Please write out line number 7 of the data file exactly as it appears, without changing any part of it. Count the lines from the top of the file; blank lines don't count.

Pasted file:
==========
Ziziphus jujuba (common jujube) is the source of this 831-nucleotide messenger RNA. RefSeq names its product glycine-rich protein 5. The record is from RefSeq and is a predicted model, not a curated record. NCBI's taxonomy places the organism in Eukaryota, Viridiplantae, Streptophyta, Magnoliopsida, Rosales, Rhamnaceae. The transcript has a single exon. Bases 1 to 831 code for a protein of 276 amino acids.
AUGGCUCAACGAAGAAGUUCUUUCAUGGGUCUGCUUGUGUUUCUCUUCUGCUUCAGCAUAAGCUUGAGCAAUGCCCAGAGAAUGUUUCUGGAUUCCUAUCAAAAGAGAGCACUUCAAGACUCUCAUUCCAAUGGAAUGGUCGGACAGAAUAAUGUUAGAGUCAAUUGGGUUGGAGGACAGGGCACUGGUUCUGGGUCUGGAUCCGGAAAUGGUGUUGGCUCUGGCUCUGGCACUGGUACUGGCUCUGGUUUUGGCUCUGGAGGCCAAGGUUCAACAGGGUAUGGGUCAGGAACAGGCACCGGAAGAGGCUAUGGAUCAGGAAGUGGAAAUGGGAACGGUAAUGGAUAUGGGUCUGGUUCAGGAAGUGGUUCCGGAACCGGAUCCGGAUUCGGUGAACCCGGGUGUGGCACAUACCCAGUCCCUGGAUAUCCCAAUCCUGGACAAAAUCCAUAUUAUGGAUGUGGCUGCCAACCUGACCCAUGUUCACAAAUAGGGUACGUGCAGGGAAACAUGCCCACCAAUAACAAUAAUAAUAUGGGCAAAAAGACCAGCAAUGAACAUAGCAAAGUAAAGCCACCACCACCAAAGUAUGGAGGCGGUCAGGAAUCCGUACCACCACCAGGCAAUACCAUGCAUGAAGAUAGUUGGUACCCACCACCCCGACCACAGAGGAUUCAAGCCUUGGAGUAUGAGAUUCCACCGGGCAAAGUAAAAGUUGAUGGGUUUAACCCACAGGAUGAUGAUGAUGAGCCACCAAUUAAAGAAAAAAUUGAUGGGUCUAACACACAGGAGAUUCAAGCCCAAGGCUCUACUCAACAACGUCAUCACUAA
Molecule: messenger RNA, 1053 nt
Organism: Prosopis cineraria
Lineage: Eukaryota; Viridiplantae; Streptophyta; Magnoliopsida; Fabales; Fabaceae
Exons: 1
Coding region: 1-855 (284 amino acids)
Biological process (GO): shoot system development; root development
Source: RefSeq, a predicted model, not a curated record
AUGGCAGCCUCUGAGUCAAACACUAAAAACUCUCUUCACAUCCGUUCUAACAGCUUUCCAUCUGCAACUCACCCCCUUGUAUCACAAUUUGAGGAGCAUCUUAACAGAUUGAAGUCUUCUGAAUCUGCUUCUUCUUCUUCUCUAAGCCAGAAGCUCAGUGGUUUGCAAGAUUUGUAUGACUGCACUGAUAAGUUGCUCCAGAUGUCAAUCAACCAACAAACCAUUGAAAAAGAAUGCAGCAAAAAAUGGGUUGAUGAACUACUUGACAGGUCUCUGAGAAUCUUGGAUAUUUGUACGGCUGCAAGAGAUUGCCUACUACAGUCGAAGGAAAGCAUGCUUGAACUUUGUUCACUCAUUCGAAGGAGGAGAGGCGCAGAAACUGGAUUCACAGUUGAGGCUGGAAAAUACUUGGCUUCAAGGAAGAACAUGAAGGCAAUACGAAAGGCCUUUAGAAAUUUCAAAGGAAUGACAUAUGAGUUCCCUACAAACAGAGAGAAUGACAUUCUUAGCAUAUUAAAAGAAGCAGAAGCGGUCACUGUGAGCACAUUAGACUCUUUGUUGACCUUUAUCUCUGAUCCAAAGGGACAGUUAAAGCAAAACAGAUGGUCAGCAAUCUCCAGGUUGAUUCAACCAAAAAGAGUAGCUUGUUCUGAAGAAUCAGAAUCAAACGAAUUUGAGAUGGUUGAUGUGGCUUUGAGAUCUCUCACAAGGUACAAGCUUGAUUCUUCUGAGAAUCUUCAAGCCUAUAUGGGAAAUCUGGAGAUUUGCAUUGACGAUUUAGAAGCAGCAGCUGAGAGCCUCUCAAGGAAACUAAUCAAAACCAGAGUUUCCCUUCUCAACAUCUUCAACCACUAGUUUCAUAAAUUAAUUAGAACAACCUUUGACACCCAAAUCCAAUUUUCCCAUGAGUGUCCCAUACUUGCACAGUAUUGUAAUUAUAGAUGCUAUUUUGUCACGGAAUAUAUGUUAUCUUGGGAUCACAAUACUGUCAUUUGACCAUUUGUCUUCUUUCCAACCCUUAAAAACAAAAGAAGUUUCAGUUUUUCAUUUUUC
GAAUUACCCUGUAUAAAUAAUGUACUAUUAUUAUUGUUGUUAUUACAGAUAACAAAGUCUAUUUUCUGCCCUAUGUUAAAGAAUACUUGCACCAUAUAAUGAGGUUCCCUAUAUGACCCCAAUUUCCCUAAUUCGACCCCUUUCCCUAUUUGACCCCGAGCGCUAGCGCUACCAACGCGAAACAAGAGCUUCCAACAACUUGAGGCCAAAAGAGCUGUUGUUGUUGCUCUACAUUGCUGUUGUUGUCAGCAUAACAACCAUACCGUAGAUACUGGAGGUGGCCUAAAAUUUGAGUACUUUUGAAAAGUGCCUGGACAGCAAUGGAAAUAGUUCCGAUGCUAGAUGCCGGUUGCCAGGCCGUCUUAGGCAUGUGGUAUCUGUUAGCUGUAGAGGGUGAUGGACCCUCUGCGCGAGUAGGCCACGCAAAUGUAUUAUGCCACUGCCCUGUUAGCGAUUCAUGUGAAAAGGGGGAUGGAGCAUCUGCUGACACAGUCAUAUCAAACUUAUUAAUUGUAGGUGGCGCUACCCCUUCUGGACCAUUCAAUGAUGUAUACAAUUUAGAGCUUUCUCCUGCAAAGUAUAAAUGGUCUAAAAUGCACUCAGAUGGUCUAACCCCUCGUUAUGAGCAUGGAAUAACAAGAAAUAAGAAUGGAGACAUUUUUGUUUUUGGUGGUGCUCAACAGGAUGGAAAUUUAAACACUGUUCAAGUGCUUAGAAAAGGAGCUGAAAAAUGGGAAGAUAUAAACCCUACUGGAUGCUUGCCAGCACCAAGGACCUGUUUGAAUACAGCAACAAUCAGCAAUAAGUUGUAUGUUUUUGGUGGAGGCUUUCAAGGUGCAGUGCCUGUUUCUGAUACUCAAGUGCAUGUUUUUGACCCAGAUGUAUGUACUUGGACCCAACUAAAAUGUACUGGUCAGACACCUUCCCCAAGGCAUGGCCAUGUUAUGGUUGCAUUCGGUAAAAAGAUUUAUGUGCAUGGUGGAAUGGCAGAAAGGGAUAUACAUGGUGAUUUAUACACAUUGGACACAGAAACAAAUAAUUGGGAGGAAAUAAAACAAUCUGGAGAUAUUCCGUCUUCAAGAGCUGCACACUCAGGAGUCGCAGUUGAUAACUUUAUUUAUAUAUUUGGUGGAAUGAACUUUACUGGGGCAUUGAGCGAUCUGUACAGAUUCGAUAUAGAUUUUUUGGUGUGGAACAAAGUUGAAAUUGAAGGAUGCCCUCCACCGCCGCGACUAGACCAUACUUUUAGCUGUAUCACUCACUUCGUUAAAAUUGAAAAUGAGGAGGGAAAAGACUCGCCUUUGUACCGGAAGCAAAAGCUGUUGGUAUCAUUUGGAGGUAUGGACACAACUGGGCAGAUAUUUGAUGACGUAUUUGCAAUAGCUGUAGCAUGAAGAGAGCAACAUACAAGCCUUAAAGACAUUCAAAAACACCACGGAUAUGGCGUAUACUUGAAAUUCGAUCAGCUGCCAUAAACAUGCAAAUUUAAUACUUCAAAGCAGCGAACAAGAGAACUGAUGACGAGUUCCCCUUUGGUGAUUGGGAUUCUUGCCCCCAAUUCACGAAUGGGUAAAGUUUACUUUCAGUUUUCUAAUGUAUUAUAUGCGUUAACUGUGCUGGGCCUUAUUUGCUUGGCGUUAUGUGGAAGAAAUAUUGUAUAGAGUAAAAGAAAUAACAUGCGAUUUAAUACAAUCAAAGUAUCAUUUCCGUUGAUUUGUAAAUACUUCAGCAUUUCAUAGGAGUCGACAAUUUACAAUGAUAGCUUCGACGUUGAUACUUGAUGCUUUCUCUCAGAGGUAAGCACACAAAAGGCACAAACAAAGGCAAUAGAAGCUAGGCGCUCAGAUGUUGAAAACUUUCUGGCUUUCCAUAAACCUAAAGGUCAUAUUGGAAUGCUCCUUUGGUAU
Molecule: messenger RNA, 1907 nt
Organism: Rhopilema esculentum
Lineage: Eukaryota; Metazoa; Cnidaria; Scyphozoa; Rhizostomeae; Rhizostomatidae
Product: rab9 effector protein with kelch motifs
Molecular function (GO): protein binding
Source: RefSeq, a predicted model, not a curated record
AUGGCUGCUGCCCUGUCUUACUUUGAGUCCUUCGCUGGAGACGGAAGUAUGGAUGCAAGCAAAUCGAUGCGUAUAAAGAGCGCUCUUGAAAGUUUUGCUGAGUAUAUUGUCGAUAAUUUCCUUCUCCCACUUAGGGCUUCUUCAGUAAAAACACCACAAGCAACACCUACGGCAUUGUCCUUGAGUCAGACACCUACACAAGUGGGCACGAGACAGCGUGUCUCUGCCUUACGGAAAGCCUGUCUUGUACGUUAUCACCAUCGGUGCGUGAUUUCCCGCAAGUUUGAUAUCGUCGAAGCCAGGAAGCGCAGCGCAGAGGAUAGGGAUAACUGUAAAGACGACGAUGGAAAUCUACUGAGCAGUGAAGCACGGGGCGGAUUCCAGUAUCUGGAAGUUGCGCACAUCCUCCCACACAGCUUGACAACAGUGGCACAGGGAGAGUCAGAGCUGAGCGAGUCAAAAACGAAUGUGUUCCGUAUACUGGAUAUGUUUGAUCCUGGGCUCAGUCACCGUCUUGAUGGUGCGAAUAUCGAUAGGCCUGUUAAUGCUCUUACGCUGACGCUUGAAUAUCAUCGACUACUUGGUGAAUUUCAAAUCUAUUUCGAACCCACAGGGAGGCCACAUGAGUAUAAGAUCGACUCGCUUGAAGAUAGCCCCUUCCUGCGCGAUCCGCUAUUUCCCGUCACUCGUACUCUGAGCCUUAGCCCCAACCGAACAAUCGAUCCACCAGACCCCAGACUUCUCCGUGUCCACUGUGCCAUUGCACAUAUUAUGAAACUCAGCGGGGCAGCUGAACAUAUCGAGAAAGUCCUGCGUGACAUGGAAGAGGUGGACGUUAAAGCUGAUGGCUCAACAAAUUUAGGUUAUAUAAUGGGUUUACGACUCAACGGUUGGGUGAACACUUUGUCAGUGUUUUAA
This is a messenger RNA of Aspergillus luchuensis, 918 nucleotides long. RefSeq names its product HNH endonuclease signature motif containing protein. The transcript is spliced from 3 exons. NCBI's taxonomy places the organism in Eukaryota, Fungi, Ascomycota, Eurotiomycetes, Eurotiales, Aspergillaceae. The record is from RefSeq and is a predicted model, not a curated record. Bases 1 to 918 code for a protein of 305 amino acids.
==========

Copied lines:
Coding region: 1-855 (284 amino acids)